9. PJTX100

    PJTX100
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    OK, now we know... :)

    ...PJ
     
  10. Liam @ Prog AV

    Liam @ Prog AV
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    Unfortunately the chap on that thread has no reference setup for comparison and is likely running default (read bright and nasty) settings from his (first) projector. When it comes to calibrating for colour accuracy et al I imagine the painted hardboard will have an incredibly difficult time getting it right and in all likliehood will be quite unevenly presented accross it's surface area. Hourses for courses though, not everyone who buys a projector is doing so to see the image exactly as intended. Many are simply after a big telly with bright colours and decent blacks
     
  11. PJTX100

    PJTX100
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    Thanks Liam. I think you've summed me up in 1 sentence!
    :) ...PJ
     
  12. Liam @ Prog AV

    Liam @ Prog AV
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    Lol!
     
  13. GrahamMG

    GrahamMG
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    Hi Liam.
    Yes indeed...
    As a leveller I can see why people would want to make a screen with MDF etc. and a tin of white paint with cheap LCD pj's as decent screens can easily cost as much or more than the pj..... I would urge due consideration of a decent screen though as it will last a long time and survive an upgrade or three....
     
  14. Tempest

    Tempest
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    Thanks for the replies to my original question.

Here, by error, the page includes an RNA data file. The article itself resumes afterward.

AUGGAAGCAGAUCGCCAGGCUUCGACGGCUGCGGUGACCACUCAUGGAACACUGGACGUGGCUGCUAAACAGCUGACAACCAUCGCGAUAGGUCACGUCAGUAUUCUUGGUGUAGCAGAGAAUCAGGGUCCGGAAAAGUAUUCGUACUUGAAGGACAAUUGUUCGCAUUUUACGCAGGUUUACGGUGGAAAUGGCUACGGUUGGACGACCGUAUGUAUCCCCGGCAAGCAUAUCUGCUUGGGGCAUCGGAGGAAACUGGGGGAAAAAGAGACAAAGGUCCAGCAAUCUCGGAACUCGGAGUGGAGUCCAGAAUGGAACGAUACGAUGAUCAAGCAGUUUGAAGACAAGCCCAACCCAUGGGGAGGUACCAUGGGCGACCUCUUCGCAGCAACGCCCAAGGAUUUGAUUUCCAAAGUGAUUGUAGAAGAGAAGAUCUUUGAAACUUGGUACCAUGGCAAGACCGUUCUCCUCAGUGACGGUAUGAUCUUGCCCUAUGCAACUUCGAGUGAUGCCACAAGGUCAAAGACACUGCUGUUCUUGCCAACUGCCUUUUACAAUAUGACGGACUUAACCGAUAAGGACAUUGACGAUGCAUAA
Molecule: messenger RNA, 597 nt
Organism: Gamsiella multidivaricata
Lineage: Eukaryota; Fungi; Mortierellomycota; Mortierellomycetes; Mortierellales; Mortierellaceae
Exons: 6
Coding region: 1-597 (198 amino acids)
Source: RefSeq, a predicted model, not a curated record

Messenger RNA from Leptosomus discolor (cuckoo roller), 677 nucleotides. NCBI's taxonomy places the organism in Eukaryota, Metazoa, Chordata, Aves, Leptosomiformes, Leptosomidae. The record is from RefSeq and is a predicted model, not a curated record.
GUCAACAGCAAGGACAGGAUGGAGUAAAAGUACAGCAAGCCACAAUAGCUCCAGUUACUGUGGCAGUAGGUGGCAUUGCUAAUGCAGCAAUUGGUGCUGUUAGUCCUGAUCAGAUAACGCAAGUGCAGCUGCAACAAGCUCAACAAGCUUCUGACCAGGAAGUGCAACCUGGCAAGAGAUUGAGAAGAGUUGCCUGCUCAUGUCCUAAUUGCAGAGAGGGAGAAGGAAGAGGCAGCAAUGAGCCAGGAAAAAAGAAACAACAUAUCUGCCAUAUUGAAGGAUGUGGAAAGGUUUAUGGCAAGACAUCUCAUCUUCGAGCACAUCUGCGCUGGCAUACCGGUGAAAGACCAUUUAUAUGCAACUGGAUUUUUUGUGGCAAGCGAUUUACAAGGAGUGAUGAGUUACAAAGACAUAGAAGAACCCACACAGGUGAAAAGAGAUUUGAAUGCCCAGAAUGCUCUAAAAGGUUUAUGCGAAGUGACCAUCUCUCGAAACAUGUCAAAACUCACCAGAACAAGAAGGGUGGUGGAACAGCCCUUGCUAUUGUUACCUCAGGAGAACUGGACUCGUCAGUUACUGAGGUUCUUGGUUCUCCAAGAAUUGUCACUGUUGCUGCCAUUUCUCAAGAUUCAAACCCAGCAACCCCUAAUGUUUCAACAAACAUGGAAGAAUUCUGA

I did try (just for fun) an old reflective silver/grey screen last night, and it gave an interesting result.

    Ignoring the horrid physical surface quality of the screen) it did give more punch to the image,

    In the dvd "Vertical Limit" near the beginning there are some tiger things playing in the snow.

    On my blackout material the snow was just a dull flat white, wheras from this reflective screen, it was definatly whiter with a cleaner slighly more punchy look to it.

    I hang it so it was half way over my current screen and the white on my REAL screen did look a little dull in comparison.

    I guess it was just that it's reflecting the light back off the surface into my eyes, rather than it just dispersing.

    The blacks were a little worse, but not a massive amount, and to be honest, I could live with that, given the whole picture was lifted up in brightness by a small but still nice amount.

    I have no idea of the gain whatsoever as this is just a VERY old cine film/slide type screen from boots the chemist. But It did not appear to suffer from any hotspotting that I could really see.

    Shame there is no way to measure it.
    If anyone COULD measue it, I could always send a small offcut for testing.
     
  15. GrahamMG

    GrahamMG
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    Grey screens would normally improve the perception of black level. 1.3 gain is a good match to DLP devices, slightly les gain for LCD but still grey material is a good place to start. Various other influences will naturally have an effect as well like light level, natural light, reflections, wall colour etc......